Stateless: Stateless

Given that they're as inevitable as they are unavoidable, let's get the references out of the way immediately, as probably every review of Stateless's self-titled debut will make note of the band's kinship with Radiohead and Coldplay. Yes, the phrasing of Stateless's lead singer Chris James at times evokes Thom Yorke (though James distances himself from the Radiohead frontman with a soulful falsetto nicely worked out in the opener “Prism #1” among others) and Chris Martin (on “Down Here” and “Running Out”) while the central presence of piano also aligns the band to Coldplay, but Stateless separates itself from kindred ‘rock' outfits with its own innovative spin on the genre (“This Language” weds a rap by Solesides member Lateef the Truthspeaker and an insistently see-sawing violin to the band's orchestral rock crunch). The Leeds-based band pairs the more conventional core of vocals (James), bass (Justin Percival), and drums (David Levin) with the electronic mesh of turntables and sampling (Kidkanevil) and live programming (Rod Buchanan Dunlop ). What comes out the other side is a provocative blend that bridges the gaps between classic rock, hip-hop, funk, and electronic music.

Stateless establishes itself strongly with glitchy funk, swelling vocal harmonies, and orchestral strings in the dramatic “Exit” but impresses even more in “Bloodstream,” a piano-based ballad boosted by turntablism, a languorous, sensual vocal performance, and, most of all, alluring melodies (the haunting keyboard figure in the verse and an affecting swoon in the chorus); equally memorable is the gorgeous and dramatic closer “Inscape.” James is clearly an accomplished and versatile singer (he guests on DJ Shadow's The Outsider) who easily navigates the ascent from emotive ache to soaring falsetto though a song like “Crash” suggests he'll have to work harder to overcome the Chris Martin similarities if he hopes to establish his own vocal identity. Finally, that Stateless is a band, not a studio construction, is attested to by the robust attack Levin brings to the 7/8 groove in “Radiokiller” and the energized live feel that reigns throughout, especially evident in the explosive climax that ends “Bluetrace” with such ferocity.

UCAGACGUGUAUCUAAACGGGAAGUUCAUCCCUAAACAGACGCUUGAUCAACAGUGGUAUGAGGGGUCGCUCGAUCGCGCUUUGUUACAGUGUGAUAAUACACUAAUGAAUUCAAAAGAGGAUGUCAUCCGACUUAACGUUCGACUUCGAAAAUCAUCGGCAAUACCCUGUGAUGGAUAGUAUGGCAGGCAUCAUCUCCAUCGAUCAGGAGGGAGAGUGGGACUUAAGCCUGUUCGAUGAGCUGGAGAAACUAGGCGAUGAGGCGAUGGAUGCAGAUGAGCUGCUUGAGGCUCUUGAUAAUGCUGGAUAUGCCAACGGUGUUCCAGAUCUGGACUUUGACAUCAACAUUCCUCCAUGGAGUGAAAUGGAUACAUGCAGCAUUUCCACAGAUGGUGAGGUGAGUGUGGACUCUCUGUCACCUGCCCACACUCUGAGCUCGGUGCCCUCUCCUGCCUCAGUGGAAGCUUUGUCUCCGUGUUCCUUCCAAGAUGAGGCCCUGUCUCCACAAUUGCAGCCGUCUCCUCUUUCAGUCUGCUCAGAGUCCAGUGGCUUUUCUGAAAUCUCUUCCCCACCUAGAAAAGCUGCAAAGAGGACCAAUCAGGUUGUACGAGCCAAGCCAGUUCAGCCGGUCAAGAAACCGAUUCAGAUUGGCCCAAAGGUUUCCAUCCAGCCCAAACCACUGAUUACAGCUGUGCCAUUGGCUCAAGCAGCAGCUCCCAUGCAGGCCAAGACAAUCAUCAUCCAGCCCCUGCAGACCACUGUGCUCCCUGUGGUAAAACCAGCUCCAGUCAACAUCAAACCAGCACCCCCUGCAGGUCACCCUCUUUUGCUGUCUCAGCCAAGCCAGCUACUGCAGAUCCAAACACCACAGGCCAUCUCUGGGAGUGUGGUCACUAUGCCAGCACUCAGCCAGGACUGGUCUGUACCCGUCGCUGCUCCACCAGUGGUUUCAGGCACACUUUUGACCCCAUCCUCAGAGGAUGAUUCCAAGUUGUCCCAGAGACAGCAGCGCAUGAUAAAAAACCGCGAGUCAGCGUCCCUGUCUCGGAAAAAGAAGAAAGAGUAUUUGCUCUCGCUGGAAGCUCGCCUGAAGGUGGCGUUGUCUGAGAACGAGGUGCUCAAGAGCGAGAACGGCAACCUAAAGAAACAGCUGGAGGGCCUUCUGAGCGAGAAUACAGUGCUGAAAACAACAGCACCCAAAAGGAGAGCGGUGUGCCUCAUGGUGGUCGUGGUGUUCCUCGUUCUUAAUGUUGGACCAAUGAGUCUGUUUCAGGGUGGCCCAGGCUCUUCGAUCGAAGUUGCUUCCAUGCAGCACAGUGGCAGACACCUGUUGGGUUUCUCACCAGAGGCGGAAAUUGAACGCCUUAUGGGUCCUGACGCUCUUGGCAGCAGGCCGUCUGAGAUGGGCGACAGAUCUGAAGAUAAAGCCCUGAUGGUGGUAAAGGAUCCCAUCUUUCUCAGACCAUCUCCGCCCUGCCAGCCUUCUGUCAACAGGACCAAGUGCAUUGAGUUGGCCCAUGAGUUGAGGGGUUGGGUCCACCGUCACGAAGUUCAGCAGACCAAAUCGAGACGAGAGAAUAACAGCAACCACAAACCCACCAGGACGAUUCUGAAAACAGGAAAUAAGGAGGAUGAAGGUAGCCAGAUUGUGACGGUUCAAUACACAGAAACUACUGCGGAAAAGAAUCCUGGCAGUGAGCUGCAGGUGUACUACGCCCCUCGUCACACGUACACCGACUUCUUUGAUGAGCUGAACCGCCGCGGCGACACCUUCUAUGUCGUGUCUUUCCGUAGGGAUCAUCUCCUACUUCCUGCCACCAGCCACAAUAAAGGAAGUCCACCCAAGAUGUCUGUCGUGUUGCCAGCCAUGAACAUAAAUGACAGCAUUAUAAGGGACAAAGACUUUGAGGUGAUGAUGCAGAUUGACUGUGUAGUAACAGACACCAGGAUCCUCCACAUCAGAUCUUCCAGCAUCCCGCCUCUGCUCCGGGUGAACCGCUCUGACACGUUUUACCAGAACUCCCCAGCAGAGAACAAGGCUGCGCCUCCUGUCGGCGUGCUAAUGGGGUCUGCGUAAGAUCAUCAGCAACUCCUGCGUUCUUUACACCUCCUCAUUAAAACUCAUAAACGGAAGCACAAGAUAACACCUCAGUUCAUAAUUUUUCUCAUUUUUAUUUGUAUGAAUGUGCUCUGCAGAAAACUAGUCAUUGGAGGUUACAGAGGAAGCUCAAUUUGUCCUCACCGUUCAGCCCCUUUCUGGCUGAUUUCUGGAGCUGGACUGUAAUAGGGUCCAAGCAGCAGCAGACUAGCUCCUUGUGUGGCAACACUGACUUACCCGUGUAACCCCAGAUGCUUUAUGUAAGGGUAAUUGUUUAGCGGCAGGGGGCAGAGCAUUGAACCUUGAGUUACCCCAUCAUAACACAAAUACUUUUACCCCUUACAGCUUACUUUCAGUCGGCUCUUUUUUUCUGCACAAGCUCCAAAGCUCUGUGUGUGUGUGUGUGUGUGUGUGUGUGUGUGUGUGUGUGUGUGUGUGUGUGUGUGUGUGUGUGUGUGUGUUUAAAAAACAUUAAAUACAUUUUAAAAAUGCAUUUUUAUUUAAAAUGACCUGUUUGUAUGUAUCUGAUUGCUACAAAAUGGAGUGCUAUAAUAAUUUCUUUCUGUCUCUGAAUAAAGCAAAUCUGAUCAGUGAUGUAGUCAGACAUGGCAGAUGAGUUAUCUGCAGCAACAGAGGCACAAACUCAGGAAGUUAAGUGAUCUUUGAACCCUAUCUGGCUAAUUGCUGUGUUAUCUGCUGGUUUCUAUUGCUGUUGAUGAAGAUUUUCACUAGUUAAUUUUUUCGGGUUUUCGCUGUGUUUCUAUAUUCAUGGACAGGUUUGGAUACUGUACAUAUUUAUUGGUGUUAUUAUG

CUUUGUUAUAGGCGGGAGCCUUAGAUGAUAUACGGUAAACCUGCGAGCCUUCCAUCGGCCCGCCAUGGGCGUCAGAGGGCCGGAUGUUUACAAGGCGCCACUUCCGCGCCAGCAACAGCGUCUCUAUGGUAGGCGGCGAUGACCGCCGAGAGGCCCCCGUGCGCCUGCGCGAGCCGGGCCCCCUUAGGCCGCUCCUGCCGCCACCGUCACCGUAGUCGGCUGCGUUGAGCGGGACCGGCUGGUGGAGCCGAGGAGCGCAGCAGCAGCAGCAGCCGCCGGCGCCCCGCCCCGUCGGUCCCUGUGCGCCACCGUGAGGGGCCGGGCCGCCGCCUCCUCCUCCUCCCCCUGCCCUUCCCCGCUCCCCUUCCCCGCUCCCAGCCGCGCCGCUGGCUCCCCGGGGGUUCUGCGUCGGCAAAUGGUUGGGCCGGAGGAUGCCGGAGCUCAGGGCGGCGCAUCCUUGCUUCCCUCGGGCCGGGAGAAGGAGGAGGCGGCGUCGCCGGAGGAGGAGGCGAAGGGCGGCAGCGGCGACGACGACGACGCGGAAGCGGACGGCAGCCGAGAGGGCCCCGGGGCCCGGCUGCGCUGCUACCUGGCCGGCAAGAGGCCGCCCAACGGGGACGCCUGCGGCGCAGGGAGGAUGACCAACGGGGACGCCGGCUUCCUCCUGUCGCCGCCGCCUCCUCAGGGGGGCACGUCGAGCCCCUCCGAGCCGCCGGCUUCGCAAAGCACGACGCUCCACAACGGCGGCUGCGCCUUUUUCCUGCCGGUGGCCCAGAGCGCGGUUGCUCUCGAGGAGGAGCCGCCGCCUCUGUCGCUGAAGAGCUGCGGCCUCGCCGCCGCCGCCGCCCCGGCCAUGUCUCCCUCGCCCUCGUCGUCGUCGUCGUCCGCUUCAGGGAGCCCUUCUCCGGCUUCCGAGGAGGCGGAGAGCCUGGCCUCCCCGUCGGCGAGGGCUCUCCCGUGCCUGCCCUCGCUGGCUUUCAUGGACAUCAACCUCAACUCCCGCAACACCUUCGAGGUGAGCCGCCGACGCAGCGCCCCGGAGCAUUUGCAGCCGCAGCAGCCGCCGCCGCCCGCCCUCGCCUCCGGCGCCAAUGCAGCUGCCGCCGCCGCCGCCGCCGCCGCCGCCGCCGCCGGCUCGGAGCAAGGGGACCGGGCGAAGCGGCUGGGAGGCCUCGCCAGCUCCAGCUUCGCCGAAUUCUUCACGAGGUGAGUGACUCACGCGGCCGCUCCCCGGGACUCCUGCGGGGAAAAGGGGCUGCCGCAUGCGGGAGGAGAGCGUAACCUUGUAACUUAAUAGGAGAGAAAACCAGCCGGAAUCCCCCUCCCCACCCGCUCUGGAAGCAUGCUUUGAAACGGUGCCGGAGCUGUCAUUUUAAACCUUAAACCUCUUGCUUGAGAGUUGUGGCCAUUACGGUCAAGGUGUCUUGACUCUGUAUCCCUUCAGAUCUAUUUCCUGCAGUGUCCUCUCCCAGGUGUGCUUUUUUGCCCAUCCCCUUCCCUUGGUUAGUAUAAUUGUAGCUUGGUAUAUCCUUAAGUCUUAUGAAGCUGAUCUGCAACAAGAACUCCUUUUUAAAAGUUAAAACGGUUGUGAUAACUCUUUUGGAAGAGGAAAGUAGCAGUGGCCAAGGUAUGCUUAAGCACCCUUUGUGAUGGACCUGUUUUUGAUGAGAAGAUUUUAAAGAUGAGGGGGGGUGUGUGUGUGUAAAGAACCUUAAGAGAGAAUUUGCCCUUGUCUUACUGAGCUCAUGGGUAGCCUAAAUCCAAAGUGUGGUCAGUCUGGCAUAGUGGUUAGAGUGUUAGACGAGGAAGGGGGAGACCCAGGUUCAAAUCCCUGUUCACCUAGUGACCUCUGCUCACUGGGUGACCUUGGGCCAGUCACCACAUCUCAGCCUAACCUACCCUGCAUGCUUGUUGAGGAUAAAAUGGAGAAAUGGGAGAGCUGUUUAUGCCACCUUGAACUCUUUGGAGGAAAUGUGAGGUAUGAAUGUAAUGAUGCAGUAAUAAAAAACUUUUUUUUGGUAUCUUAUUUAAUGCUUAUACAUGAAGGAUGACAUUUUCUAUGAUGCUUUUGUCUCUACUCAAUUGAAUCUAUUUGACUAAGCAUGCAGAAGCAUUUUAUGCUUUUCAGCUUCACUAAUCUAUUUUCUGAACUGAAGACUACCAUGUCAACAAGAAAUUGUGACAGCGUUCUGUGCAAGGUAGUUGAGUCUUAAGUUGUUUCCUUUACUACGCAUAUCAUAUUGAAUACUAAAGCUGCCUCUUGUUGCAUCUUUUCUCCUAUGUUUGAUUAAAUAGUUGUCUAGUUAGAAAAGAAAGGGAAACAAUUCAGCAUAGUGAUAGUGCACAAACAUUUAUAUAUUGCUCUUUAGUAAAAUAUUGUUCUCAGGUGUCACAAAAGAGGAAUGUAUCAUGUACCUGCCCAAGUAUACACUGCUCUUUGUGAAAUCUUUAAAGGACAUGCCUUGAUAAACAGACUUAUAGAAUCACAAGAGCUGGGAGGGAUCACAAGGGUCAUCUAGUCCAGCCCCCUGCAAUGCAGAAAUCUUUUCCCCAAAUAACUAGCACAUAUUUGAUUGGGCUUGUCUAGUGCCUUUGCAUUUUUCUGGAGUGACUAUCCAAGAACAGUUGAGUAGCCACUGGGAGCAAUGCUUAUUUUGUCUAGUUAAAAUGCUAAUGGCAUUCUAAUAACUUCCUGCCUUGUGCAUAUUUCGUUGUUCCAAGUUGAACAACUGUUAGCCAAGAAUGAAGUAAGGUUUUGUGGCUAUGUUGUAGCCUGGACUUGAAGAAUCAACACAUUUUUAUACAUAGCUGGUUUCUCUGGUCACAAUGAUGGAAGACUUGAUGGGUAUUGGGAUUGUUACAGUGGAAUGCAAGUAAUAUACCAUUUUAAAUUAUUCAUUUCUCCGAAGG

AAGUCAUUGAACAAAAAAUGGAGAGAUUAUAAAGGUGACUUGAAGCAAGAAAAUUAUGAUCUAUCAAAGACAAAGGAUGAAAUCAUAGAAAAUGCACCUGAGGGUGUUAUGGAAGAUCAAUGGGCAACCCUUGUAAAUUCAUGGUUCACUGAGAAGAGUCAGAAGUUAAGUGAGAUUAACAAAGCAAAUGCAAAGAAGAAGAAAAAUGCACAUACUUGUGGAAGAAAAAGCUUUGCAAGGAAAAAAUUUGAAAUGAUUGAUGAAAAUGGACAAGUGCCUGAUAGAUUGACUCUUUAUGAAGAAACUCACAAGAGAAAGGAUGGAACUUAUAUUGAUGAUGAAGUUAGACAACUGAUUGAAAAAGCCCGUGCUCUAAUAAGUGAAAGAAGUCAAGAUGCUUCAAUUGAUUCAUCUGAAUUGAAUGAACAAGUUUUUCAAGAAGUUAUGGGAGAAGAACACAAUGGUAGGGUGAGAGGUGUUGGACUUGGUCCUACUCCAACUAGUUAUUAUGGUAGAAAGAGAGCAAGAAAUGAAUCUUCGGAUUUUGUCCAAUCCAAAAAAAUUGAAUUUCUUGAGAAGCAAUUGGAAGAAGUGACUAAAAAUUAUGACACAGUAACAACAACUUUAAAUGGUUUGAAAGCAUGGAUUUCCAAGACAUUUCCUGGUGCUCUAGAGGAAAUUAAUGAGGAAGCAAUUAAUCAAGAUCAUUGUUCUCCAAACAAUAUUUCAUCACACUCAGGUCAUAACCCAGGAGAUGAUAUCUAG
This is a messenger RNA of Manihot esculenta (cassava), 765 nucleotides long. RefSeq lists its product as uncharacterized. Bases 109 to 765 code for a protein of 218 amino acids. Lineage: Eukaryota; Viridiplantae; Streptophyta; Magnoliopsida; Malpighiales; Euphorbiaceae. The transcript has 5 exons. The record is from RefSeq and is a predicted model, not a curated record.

June 2007